the Sleepy Mama-Nicole Cannon is a Certified Infant and Child Sleep Consultant and Mother of Four based in NJ. Tips to help your kids sleep better at night!
1. Start changing your schedule
If your child is up too late then, just like with Daylight’s Savings, you can try shifting your child’s schedule day by day. Start waking your child about 15 minutes earlier every day or two. In addition, put your child to bed 15 minutes earlier. By the end of the week, your child should wake up at their normal time and bedtime should be back to their original position. (PS-postpone meal time and nap time as well if they crept in later).
2. Remove electronics before going to bed
We hate to admit it, but electronics have been the key to successful parenting over the past couple of years. But blue light from electronics can delay melatonin production. So if your child has trouble falling asleep at night, consider removing screens about an hour before bedtime. Studies have shown that melatonin production starts to increase quite quickly once the blue light is removed.
3. Getting back to basics
Remember when your child was a baby and everything you read told you to establish a nighttime âroutineâ. Well, the same goes for older kids. Create a bedtime routine that is predictable and consistent. A nighttime routine helps a child relax before bed and also takes some of the stress out of parents. Start with a bath or shower, followed by brushing your teeth and pajamas, then books and cuddles, and finally, getting into bed.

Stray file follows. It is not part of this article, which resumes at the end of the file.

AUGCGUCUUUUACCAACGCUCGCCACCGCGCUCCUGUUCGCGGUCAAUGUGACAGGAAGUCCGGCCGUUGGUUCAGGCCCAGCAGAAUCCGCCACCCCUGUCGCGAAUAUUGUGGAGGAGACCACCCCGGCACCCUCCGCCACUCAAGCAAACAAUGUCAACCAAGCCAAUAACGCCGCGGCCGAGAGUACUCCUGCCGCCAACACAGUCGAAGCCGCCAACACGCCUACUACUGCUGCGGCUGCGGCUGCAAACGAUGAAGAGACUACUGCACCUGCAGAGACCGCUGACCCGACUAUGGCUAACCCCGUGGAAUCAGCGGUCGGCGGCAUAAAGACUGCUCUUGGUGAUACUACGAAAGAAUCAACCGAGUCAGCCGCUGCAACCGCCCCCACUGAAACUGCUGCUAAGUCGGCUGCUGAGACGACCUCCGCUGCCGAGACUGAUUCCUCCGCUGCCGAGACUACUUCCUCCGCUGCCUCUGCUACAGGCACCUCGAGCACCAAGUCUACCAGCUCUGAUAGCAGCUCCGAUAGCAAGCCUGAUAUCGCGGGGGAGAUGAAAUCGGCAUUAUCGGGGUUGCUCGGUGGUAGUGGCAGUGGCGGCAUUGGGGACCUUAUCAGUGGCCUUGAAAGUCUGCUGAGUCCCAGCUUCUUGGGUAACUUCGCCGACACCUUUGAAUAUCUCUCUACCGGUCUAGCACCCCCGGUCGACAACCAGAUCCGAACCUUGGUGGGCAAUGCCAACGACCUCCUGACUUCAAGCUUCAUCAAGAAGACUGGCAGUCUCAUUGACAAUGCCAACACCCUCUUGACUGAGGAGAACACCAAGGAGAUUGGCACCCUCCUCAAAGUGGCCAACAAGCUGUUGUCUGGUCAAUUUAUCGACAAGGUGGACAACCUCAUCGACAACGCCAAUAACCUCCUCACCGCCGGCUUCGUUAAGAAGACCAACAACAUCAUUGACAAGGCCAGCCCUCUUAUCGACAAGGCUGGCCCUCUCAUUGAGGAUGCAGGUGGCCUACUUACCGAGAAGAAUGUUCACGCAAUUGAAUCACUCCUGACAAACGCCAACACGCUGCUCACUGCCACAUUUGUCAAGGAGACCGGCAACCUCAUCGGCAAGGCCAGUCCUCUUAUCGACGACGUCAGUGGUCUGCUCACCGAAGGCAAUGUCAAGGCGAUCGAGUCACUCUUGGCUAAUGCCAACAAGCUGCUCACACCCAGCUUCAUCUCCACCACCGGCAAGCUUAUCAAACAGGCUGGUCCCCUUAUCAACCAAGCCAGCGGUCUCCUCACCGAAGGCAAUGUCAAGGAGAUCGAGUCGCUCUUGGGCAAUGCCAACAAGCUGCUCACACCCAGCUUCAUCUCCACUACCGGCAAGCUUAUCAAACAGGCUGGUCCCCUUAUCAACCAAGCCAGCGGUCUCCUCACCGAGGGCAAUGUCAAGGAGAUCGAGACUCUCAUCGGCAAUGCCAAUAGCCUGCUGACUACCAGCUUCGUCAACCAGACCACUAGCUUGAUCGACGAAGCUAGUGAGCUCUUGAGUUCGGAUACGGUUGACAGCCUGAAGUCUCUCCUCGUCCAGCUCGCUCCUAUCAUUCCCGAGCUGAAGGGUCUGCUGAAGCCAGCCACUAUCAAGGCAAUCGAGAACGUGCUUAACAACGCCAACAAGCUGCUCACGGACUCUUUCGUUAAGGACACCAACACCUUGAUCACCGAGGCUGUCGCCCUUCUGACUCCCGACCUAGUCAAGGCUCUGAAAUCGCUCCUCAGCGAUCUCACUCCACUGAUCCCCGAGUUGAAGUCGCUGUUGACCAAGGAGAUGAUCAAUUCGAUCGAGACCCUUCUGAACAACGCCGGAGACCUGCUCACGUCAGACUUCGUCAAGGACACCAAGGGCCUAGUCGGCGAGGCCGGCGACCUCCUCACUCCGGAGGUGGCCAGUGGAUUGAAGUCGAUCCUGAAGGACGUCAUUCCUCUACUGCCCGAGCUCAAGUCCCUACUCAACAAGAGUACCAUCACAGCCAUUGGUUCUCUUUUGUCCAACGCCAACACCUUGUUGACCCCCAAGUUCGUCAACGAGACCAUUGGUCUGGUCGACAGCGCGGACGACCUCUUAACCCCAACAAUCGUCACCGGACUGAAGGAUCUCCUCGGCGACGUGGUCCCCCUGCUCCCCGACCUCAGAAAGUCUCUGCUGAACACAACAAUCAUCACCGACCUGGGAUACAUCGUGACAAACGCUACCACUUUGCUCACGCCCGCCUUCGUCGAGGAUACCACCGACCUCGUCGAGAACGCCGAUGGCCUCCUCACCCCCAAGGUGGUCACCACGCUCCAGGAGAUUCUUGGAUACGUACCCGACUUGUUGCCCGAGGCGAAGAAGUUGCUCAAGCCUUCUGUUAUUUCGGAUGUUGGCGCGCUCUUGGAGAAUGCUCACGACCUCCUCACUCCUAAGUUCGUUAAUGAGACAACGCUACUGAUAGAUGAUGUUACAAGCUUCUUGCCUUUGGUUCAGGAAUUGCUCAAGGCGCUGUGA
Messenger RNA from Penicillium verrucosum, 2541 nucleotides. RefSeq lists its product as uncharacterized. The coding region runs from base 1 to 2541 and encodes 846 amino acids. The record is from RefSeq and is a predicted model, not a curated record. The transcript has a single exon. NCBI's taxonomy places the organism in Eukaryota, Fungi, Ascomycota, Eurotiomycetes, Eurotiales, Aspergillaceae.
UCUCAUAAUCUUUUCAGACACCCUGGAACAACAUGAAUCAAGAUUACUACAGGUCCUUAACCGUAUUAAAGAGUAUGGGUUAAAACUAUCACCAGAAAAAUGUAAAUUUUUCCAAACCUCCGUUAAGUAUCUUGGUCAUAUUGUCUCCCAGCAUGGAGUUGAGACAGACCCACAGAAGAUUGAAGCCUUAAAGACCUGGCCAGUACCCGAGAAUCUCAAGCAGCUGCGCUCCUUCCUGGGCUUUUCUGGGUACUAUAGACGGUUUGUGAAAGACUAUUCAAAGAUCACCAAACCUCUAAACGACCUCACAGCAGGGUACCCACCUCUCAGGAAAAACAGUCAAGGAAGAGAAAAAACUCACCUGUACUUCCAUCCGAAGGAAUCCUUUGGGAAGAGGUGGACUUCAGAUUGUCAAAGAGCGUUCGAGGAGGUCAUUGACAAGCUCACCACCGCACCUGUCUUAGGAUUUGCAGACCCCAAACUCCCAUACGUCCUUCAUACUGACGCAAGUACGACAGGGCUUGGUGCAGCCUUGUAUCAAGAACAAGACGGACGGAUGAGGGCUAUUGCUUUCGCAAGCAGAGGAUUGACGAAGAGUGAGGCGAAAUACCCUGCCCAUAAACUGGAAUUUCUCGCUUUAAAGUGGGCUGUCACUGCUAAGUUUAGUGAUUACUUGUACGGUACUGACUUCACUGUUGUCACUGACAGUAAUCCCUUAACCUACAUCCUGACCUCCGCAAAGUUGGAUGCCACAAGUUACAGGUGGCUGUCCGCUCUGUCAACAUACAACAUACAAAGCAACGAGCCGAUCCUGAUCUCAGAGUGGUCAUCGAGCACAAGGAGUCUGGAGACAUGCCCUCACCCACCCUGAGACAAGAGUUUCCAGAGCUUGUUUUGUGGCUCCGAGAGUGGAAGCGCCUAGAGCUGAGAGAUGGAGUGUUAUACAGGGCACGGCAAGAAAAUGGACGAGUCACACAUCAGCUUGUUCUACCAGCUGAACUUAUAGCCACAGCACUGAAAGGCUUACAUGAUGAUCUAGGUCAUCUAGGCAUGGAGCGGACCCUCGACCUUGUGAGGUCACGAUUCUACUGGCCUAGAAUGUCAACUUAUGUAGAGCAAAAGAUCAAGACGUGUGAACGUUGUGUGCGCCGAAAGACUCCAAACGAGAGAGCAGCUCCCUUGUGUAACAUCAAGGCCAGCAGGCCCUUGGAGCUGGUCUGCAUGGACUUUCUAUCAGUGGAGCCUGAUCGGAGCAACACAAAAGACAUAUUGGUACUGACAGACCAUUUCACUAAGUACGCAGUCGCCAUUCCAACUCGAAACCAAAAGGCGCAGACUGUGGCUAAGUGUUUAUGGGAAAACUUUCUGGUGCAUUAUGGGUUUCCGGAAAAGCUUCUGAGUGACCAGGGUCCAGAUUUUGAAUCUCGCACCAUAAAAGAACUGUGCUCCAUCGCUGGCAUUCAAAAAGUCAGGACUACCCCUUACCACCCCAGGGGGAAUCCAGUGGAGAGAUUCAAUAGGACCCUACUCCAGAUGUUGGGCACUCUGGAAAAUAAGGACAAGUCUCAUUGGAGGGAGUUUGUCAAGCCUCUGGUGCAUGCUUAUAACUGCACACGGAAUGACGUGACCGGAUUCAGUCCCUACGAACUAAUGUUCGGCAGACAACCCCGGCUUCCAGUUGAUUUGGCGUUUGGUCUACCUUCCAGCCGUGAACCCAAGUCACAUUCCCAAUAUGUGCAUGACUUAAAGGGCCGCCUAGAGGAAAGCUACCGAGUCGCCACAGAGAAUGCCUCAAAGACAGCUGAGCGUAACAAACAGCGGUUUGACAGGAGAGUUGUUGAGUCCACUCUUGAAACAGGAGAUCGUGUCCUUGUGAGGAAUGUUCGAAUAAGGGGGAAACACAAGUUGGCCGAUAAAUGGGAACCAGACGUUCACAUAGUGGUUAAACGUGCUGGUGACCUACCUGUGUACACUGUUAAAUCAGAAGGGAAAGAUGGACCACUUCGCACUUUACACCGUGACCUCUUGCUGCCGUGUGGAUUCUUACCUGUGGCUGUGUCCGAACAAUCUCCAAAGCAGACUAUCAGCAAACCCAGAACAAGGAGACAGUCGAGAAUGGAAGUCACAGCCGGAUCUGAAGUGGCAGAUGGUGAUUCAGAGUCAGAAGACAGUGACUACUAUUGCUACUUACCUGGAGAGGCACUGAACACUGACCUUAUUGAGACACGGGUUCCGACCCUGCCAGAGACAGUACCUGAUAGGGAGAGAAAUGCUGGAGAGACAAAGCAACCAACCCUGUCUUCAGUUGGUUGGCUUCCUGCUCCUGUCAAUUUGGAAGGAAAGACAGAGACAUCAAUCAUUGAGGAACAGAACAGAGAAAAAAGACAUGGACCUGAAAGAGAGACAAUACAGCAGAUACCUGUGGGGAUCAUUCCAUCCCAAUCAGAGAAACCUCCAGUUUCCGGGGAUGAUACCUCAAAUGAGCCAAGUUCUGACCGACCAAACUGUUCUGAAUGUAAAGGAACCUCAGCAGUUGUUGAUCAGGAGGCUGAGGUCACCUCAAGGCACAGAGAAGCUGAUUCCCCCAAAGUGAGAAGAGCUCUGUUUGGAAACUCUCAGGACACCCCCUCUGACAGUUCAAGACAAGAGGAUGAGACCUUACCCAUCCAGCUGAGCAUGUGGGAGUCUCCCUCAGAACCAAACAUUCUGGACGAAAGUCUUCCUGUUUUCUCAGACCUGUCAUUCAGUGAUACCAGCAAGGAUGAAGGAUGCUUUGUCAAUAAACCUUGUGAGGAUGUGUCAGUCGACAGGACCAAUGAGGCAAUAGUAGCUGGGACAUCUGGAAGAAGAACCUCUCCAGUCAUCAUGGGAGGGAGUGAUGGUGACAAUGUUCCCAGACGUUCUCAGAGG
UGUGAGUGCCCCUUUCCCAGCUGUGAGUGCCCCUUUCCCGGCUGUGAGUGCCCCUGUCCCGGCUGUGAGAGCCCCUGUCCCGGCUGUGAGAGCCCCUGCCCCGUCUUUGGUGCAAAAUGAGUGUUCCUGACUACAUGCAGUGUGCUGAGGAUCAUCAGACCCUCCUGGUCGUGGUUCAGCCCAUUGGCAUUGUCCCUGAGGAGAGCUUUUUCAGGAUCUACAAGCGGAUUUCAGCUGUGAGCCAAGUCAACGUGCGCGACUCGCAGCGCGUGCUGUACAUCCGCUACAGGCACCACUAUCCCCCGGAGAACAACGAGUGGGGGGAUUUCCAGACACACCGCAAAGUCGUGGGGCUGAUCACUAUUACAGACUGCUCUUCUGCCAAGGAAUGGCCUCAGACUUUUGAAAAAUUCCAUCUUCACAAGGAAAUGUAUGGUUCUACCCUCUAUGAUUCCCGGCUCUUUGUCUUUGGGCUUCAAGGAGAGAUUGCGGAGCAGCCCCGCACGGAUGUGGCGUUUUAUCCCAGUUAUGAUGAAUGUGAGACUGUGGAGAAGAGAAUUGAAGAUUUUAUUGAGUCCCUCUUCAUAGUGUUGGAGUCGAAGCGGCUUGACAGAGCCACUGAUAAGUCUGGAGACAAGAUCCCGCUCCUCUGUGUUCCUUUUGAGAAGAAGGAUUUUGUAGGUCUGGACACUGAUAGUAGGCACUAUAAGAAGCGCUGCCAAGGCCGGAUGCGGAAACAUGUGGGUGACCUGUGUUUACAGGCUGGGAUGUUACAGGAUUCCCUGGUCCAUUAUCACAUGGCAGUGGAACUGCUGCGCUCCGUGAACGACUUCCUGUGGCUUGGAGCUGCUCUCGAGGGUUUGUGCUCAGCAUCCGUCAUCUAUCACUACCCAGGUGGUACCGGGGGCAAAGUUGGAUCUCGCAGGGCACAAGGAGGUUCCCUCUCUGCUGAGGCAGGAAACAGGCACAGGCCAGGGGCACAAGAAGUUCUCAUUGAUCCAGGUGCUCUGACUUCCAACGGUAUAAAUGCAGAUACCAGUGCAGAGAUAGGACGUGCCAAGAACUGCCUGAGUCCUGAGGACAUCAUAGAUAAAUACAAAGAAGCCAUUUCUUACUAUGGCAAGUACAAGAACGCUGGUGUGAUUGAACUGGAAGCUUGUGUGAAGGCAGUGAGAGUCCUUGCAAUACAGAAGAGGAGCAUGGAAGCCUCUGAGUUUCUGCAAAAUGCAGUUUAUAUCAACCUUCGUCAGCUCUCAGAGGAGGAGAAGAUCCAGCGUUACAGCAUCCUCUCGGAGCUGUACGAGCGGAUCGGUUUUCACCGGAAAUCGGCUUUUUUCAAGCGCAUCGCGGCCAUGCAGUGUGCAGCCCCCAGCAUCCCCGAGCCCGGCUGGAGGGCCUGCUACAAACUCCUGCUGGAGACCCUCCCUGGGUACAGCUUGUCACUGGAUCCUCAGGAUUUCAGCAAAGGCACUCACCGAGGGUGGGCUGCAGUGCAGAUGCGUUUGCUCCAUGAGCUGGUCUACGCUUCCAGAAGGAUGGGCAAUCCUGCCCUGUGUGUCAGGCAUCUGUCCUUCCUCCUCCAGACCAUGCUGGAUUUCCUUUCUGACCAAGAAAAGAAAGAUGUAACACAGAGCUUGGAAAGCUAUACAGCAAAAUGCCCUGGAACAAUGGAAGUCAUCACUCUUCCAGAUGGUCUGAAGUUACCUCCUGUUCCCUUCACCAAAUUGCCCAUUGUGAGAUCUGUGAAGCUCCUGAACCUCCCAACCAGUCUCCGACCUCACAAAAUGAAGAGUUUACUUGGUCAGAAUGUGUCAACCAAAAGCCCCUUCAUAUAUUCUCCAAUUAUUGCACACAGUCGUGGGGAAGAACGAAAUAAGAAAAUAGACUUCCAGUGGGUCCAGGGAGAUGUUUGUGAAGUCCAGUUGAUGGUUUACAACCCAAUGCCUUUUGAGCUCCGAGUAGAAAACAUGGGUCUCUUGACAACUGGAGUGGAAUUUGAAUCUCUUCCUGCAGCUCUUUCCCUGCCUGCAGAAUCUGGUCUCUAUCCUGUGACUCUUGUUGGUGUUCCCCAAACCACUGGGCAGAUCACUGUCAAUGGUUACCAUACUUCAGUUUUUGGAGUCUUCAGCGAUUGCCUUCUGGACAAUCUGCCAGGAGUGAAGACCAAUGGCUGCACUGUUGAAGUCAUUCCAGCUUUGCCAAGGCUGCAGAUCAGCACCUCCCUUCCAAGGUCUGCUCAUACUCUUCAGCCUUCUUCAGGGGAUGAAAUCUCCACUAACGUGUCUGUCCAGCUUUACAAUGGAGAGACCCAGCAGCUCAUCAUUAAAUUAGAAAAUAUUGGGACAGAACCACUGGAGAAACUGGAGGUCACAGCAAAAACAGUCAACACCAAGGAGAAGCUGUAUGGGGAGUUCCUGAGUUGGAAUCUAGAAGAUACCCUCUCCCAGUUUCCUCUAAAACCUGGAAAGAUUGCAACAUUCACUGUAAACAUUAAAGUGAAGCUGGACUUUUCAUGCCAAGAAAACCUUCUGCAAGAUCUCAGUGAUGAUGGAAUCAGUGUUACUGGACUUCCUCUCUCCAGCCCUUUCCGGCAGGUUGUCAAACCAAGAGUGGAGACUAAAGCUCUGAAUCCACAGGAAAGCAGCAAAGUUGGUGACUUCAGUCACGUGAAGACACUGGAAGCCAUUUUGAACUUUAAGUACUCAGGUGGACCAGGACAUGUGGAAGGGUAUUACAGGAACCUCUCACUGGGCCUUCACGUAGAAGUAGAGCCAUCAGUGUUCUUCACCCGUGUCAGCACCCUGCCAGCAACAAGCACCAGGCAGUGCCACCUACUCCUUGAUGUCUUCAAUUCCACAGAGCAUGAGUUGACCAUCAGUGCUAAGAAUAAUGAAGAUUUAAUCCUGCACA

4. Set realistic bases
Start talking to your child about what is expected of them in terms of sleep. For your preschooler, that might mean reading them a book about staying in bed or buying an Ok to Wake clock. For an older child, this might mean telling him to get to bed at a set time, but allowing him to read a few books on his own before calling “lights out.”
5. Get outside help
Sometimes, even with the best planning and routine, kids still have problems. If you’ve tried all of the tips above and your child still has trouble falling asleep at night, talk to your doctor about the possibility of melatonin supplementation for a few days. Although this is not a long term solution, melatonin supplements can help reset your child’s internal clock when they return to daycare, camp or school.
This story first appeared on NewYorkFamille.com.